I would also like to point out how large the words “alleged” and “attempted” are. In both 1893 and 1894 either one or both of these words were roughly the third or fourth largest in the wordcloud. This is significant because it backs up Ida B. Wells’s claims that the people who were being lynched were being lynched for no reason other than control. “Alleged” means that a person was accused of a crime, but there is no direct proof to back up the claim. According to the wordcloud, “alleged” comes up more frequently than just about any other word other than rape and murder. This would mean that many of the crimes the lynching victims supposedly committed were in fact, made up and without direct proof or evidence that the incident ever occurred.

Therefore, the lynchings were occurring for made up reasons, and presumably, to intimidate the newly freed African-American population of the United States. Whites were using the lynchings as a way to control the black population and segregate the races. These senseless murders and crimes (and lack of prosecution of the wrongdoers) made African-Americans fear for their lives every day. They had to “walk on glass” around white people, look away, and preferably just stay away, otherwise their lives might have been in danger.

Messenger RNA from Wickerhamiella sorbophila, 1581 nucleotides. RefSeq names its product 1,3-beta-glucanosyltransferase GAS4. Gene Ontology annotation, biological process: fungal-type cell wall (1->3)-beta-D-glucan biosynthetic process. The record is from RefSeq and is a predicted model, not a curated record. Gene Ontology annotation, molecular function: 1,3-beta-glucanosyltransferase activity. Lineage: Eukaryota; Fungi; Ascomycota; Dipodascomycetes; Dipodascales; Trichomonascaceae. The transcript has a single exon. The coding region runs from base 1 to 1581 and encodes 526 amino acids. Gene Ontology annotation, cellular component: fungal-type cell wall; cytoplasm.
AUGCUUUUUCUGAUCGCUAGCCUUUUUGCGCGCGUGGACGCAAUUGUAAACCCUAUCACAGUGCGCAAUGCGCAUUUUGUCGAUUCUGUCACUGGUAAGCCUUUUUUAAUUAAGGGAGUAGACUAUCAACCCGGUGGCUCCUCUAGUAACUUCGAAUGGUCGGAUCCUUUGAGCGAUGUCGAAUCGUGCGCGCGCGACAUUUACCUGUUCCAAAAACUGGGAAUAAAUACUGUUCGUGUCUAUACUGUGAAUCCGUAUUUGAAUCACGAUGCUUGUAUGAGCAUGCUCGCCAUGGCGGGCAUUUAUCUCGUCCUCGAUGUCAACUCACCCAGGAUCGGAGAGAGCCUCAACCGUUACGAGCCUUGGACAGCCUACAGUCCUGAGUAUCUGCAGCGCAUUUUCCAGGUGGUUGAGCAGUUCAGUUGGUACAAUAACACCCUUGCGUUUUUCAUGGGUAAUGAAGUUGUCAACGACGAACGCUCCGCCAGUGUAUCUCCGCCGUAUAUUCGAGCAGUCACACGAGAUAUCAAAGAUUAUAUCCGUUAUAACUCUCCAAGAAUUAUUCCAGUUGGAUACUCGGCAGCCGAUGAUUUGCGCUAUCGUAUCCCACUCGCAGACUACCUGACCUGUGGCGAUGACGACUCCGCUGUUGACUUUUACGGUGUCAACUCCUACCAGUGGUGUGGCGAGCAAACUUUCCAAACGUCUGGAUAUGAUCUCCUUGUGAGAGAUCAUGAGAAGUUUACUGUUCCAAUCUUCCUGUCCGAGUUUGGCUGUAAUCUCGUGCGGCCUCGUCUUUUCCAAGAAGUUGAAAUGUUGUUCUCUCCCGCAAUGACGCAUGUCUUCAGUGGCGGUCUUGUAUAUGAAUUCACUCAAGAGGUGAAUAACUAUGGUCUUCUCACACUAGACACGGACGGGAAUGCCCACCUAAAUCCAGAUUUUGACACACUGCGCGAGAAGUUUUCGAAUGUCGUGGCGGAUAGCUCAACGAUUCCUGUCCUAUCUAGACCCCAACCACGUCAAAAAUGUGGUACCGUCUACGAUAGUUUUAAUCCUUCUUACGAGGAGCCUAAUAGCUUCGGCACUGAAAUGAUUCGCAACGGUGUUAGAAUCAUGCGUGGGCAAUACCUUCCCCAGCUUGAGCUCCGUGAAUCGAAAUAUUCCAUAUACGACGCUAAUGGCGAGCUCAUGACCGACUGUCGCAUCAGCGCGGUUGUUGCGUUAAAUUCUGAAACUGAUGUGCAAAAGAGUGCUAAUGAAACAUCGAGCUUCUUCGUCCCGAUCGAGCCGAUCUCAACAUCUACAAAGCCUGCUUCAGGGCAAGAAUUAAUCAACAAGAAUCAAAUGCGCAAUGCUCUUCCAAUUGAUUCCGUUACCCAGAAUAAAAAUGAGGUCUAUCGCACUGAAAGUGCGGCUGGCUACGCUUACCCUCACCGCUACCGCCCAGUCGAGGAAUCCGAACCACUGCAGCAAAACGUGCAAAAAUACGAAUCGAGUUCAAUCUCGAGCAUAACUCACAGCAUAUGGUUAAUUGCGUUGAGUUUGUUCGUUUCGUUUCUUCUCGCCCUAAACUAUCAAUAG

I created these visualizations by only looking at the crimes those who were lynched were accused of. The wordcloud with the dark purple background uses The Red Record data from 1893. The light purple is from 1894. The larger the words, the more frequently they occur in the data set. Color also distinguishes frequency as well. 


It would seem that Wells documented the lynchings she came across in newspapers. She documented lynchings that happened in the United States from 1892-1894, however, she was overseas in Europe for a large portion of 1893 and 1894. Therefore, it would have been harder for her to acquire all of the data and information about all lynchings happening in the U.S. while she was overseas. Therefore, she relied heavily on newspapers for her information. 


What was happening in the United States during 1893-1895?

The 1890s was after the Reconstruction era (dates) but the tension build-up from that time period still lingered. African-Americans were free according to the 13th amendment and this meant massive change in the United States, for both blacks and whites. Freed slaves had to figure out how to make a living, find housing, communities, and support. Generally, they were doing this on their lonesome. Families had been split up time and time again and this left many former slaves in a state of uncertainty once they were freed. Many did not have people to lean on or look to for assistance. Newly freed slaves participated in sharecropping or worked in factories and mines to make a living.